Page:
Georgia Tech Research Institute

Card Readers (5 of 7)

Issue: Use of multiple user interfaces may cause problems for users.

Some card readers associated with kiosks have a user interface separate from the primary user interface of the machine. If users begin a transaction on the primary user interface, and are then expected to complete the transaction using a second user interface, confusion may result. If the secondary user interface does not provide the necessary accessibility features, users may have difficulty completing their transactions.

Populations Impacted: Users who are blind; users with low vision; users with cognitive impairments.

Potential Solutions:
  • Fully integrate the card reader into the primary user interface. A design where the user can complete the entire transaction through a single user interface is preferable to one where the user must switch to a different user interface for part of the transaction.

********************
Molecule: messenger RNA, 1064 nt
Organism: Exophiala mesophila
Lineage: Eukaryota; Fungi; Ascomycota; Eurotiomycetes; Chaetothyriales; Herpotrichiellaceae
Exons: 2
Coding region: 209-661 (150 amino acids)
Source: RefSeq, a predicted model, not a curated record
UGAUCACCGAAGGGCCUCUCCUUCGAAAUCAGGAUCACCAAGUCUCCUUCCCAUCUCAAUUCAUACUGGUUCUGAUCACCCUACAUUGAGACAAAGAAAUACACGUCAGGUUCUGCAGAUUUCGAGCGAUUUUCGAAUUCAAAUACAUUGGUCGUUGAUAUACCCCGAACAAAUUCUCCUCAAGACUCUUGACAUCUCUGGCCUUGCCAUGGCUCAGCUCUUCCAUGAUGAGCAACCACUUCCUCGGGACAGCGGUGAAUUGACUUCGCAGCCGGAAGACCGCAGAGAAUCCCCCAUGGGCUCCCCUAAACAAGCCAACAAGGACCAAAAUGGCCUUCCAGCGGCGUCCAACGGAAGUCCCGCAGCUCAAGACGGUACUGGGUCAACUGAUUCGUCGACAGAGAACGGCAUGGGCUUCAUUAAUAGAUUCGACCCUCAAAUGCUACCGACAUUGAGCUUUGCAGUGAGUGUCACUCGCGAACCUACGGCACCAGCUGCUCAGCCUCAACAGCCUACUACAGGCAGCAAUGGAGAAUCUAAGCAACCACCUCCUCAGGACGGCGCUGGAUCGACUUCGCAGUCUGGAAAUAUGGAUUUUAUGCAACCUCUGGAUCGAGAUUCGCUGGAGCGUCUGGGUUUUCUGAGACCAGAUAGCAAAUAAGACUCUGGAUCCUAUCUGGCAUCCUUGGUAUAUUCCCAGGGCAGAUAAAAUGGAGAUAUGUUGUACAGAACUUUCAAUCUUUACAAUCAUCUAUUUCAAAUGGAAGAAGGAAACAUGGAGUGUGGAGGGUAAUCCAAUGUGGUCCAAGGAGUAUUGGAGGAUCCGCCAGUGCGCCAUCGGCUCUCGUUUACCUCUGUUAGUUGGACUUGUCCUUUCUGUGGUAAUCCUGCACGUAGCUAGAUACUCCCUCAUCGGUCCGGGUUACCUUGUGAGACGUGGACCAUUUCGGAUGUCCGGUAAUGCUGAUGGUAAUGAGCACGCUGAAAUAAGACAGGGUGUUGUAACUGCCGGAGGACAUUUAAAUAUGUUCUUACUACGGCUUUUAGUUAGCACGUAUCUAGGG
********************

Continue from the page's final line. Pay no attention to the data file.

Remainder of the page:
• Notify the user when it is necessary to switch to a secondary user interface. The primary user interface should inform the user (both visually and auditorily) when it is necessary to begin using a secondary user interface on the card reader device. The user should then be able to complete the transaction without switching back to the primary interface.

  • Ensure that the secondary user interface provides all necessary accessibility features. If a secondary user interface must be used, ensure that the secondary interface also provides all necessary accessibility features.

Applicable Guidelines:
ADA-ABA - 707.5
Section 508 - 1194.31(a), 1194.31(b)